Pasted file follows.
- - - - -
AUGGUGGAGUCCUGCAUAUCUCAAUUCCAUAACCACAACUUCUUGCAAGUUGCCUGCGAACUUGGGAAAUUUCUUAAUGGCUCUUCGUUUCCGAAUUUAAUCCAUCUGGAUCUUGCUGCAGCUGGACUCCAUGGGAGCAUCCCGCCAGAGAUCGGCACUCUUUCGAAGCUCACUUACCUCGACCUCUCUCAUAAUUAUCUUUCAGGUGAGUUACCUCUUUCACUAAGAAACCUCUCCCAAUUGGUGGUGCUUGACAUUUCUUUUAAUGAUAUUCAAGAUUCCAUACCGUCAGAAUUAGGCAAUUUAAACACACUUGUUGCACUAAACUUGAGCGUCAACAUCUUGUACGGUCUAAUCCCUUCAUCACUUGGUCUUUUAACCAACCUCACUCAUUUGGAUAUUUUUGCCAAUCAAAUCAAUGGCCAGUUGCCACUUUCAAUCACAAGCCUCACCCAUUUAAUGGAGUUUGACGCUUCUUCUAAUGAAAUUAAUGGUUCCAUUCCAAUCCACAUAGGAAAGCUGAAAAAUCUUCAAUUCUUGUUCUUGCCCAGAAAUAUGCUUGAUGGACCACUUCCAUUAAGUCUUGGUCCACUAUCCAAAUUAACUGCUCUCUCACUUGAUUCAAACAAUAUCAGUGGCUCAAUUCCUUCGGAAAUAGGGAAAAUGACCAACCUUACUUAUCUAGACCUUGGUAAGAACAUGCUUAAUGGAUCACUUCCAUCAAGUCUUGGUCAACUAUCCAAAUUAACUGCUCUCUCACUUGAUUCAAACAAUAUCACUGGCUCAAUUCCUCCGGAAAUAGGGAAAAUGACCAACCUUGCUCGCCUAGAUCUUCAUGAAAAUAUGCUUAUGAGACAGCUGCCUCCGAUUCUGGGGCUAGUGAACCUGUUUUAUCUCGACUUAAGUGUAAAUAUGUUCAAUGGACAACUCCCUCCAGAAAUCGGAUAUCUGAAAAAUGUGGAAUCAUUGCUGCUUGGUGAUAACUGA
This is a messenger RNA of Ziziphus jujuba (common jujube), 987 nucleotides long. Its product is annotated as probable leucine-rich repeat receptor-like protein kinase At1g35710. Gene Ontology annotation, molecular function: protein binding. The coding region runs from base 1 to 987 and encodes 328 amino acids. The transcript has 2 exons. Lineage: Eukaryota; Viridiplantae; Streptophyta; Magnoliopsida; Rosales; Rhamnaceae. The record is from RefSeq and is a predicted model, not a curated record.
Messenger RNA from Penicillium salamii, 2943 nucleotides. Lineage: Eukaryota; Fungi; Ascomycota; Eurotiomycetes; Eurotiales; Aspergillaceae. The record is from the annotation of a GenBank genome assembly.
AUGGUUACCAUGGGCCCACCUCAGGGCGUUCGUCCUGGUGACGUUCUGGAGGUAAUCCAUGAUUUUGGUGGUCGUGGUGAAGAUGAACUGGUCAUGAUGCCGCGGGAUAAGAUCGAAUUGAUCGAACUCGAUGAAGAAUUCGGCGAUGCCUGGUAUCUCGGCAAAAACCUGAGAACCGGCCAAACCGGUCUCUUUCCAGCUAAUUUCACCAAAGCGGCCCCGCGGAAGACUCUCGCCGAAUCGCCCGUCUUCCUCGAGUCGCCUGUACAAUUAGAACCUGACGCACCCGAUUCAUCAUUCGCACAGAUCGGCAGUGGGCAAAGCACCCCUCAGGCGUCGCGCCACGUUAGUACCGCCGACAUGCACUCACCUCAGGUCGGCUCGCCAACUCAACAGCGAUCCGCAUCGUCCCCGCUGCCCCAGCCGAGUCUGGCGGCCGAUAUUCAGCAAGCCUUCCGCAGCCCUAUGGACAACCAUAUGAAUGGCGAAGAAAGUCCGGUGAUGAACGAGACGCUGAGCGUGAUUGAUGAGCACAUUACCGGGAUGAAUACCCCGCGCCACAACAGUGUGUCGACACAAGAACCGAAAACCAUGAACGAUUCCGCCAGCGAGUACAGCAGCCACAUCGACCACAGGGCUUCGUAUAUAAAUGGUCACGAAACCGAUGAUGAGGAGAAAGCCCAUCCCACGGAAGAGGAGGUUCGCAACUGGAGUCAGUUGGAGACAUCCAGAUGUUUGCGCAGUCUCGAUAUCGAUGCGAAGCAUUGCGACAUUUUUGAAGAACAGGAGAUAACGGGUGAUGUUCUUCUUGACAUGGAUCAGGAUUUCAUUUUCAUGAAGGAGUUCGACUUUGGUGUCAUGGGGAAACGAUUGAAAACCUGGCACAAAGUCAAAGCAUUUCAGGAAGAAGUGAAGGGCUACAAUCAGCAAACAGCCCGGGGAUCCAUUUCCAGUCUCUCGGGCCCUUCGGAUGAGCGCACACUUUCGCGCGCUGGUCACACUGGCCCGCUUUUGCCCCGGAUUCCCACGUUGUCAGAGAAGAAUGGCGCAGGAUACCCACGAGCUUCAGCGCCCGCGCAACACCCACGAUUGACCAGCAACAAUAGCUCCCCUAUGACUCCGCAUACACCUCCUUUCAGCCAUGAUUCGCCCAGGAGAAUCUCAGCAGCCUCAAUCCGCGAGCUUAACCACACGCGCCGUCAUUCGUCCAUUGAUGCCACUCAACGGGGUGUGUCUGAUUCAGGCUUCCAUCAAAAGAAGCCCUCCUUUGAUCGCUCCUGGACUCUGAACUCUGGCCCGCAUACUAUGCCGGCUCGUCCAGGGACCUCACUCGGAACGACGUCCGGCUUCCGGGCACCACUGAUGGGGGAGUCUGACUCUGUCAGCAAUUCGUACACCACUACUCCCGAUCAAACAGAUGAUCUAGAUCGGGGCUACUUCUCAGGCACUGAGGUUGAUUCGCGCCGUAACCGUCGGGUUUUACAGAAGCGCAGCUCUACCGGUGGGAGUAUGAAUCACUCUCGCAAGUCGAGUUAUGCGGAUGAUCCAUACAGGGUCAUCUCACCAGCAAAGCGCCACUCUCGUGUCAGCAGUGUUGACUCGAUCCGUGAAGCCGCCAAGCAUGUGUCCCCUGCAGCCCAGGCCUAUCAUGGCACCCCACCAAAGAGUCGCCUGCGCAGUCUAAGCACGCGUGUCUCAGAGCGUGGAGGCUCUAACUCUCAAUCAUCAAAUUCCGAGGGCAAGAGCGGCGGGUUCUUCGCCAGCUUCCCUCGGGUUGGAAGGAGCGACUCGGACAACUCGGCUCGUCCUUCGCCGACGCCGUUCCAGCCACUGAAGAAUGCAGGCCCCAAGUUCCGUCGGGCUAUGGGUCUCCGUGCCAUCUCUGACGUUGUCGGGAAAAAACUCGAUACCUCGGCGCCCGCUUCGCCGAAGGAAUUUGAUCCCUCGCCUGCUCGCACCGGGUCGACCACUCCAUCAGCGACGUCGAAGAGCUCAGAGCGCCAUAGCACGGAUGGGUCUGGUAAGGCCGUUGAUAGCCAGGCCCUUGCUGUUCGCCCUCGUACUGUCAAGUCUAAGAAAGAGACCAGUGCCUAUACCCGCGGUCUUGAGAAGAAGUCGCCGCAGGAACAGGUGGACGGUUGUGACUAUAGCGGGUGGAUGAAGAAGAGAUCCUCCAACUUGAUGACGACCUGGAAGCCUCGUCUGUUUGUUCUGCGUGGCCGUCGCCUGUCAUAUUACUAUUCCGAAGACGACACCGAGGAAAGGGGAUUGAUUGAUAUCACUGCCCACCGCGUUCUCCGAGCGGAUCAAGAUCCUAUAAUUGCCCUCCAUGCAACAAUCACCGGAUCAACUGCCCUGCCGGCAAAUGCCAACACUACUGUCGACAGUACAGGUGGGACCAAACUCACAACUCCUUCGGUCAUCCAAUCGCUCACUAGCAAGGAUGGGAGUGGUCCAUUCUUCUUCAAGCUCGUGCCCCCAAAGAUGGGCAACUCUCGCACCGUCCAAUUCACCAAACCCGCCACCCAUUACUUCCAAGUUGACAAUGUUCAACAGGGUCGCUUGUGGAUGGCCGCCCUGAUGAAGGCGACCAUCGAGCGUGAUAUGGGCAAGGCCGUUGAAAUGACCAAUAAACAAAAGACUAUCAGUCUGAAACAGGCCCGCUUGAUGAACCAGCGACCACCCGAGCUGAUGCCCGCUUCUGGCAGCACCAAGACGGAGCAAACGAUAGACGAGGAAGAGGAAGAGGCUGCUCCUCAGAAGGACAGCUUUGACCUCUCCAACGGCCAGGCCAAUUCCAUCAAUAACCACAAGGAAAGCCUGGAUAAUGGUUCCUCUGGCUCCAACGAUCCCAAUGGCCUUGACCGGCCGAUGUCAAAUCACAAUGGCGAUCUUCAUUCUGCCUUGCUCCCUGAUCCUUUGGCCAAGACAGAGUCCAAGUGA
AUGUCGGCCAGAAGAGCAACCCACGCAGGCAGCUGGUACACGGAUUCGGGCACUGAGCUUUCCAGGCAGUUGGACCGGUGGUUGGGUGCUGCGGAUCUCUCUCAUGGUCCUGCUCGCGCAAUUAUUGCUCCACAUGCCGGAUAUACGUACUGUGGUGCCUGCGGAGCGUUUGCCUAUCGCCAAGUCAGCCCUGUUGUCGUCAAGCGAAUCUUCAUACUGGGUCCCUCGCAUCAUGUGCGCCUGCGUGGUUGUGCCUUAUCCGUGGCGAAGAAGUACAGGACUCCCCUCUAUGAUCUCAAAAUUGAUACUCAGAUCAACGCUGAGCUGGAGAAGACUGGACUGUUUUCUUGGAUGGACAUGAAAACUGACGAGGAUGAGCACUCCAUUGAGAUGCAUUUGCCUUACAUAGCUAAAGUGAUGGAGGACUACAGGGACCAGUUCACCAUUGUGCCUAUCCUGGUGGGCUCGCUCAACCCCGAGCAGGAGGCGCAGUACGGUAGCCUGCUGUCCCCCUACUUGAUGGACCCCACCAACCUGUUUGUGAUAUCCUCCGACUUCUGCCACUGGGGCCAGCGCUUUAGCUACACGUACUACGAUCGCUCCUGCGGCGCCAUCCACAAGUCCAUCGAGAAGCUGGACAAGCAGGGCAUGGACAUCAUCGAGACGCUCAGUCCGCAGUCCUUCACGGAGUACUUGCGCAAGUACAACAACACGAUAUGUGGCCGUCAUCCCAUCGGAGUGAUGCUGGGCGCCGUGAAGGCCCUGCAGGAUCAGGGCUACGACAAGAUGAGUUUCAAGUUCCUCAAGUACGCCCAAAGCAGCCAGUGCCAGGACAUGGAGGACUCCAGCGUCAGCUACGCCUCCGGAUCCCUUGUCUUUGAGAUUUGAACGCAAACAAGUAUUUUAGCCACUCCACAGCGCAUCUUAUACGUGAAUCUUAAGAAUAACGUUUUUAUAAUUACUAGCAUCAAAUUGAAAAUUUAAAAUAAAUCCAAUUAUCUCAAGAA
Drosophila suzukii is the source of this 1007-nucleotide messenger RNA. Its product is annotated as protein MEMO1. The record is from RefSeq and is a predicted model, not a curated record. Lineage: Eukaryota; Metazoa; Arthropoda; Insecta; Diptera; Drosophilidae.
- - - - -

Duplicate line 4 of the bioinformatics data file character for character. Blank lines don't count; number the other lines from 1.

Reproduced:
AUGGUUACCAUGGGCCCACCUCAGGGCGUUCGUCCUGGUGACGUUCUGGAGGUAAUCCAUGAUUUUGGUGGUCGUGGUGAAGAUGAACUGGUCAUGAUGCCGCGGGAUAAGAUCGAAUUGAUCGAACUCGAUGAAGAAUUCGGCGAUGCCUGGUAUCUCGGCAAAAACCUGAGAACCGGCCAAACCGGUCUCUUUCCAGCUAAUUUCACCAAAGCGGCCCCGCGGAAGACUCUCGCCGAAUCGCCCGUCUUCCUCGAGUCGCCUGUACAAUUAGAACCUGACGCACCCGAUUCAUCAUUCGCACAGAUCGGCAGUGGGCAAAGCACCCCUCAGGCGUCGCGCCACGUUAGUACCGCCGACAUGCACUCACCUCAGGUCGGCUCGCCAACUCAACAGCGAUCCGCAUCGUCCCCGCUGCCCCAGCCGAGUCUGGCGGCCGAUAUUCAGCAAGCCUUCCGCAGCCCUAUGGACAACCAUAUGAAUGGCGAAGAAAGUCCGGUGAUGAACGAGACGCUGAGCGUGAUUGAUGAGCACAUUACCGGGAUGAAUACCCCGCGCCACAACAGUGUGUCGACACAAGAACCGAAAACCAUGAACGAUUCCGCCAGCGAGUACAGCAGCCACAUCGACCACAGGGCUUCGUAUAUAAAUGGUCACGAAACCGAUGAUGAGGAGAAAGCCCAUCCCACGGAAGAGGAGGUUCGCAACUGGAGUCAGUUGGAGACAUCCAGAUGUUUGCGCAGUCUCGAUAUCGAUGCGAAGCAUUGCGACAUUUUUGAAGAACAGGAGAUAACGGGUGAUGUUCUUCUUGACAUGGAUCAGGAUUUCAUUUUCAUGAAGGAGUUCGACUUUGGUGUCAUGGGGAAACGAUUGAAAACCUGGCACAAAGUCAAAGCAUUUCAGGAAGAAGUGAAGGGCUACAAUCAGCAAACAGCCCGGGGAUCCAUUUCCAGUCUCUCGGGCCCUUCGGAUGAGCGCACACUUUCGCGCGCUGGUCACACUGGCCCGCUUUUGCCCCGGAUUCCCACGUUGUCAGAGAAGAAUGGCGCAGGAUACCCACGAGCUUCAGCGCCCGCGCAACACCCACGAUUGACCAGCAACAAUAGCUCCCCUAUGACUCCGCAUACACCUCCUUUCAGCCAUGAUUCGCCCAGGAGAAUCUCAGCAGCCUCAAUCCGCGAGCUUAACCACACGCGCCGUCAUUCGUCCAUUGAUGCCACUCAACGGGGUGUGUCUGAUUCAGGCUUCCAUCAAAAGAAGCCCUCCUUUGAUCGCUCCUGGACUCUGAACUCUGGCCCGCAUACUAUGCCGGCUCGUCCAGGGACCUCACUCGGAACGACGUCCGGCUUCCGGGCACCACUGAUGGGGGAGUCUGACUCUGUCAGCAAUUCGUACACCACUACUCCCGAUCAAACAGAUGAUCUAGAUCGGGGCUACUUCUCAGGCACUGAGGUUGAUUCGCGCCGUAACCGUCGGGUUUUACAGAAGCGCAGCUCUACCGGUGGGAGUAUGAAUCACUCUCGCAAGUCGAGUUAUGCGGAUGAUCCAUACAGGGUCAUCUCACCAGCAAAGCGCCACUCUCGUGUCAGCAGUGUUGACUCGAUCCGUGAAGCCGCCAAGCAUGUGUCCCCUGCAGCCCAGGCCUAUCAUGGCACCCCACCAAAGAGUCGCCUGCGCAGUCUAAGCACGCGUGUCUCAGAGCGUGGAGGCUCUAACUCUCAAUCAUCAAAUUCCGAGGGCAAGAGCGGCGGGUUCUUCGCCAGCUUCCCUCGGGUUGGAAGGAGCGACUCGGACAACUCGGCUCGUCCUUCGCCGACGCCGUUCCAGCCACUGAAGAAUGCAGGCCCCAAGUUCCGUCGGGCUAUGGGUCUCCGUGCCAUCUCUGACGUUGUCGGGAAAAAACUCGAUACCUCGGCGCCCGCUUCGCCGAAGGAAUUUGAUCCCUCGCCUGCUCGCACCGGGUCGACCACUCCAUCAGCGACGUCGAAGAGCUCAGAGCGCCAUAGCACGGAUGGGUCUGGUAAGGCCGUUGAUAGCCAGGCCCUUGCUGUUCGCCCUCGUACUGUCAAGUCUAAGAAAGAGACCAGUGCCUAUACCCGCGGUCUUGAGAAGAAGUCGCCGCAGGAACAGGUGGACGGUUGUGACUAUAGCGGGUGGAUGAAGAAGAGAUCCUCCAACUUGAUGACGACCUGGAAGCCUCGUCUGUUUGUUCUGCGUGGCCGUCGCCUGUCAUAUUACUAUUCCGAAGACGACACCGAGGAAAGGGGAUUGAUUGAUAUCACUGCCCACCGCGUUCUCCGAGCGGAUCAAGAUCCUAUAAUUGCCCUCCAUGCAACAAUCACCGGAUCAACUGCCCUGCCGGCAAAUGCCAACACUACUGUCGACAGUACAGGUGGGACCAAACUCACAACUCCUUCGGUCAUCCAAUCGCUCACUAGCAAGGAUGGGAGUGGUCCAUUCUUCUUCAAGCUCGUGCCCCCAAAGAUGGGCAACUCUCGCACCGUCCAAUUCACCAAACCCGCCACCCAUUACUUCCAAGUUGACAAUGUUCAACAGGGUCGCUUGUGGAUGGCCGCCCUGAUGAAGGCGACCAUCGAGCGUGAUAUGGGCAAGGCCGUUGAAAUGACCAAUAAACAAAAGACUAUCAGUCUGAAACAGGCCCGCUUGAUGAACCAGCGACCACCCGAGCUGAUGCCCGCUUCUGGCAGCACCAAGACGGAGCAAACGAUAGACGAGGAAGAGGAAGAGGCUGCUCCUCAGAAGGACAGCUUUGACCUCUCCAACGGCCAGGCCAAUUCCAUCAAUAACCACAAGGAAAGCCUGGAUAAUGGUUCCUCUGGCUCCAACGAUCCCAAUGGCCUUGACCGGCCGAUGUCAAAUCACAAUGGCGAUCUUCAUUCUGCCUUGCUCCCUGAUCCUUUGGCCAAGACAGAGUCCAAGUGA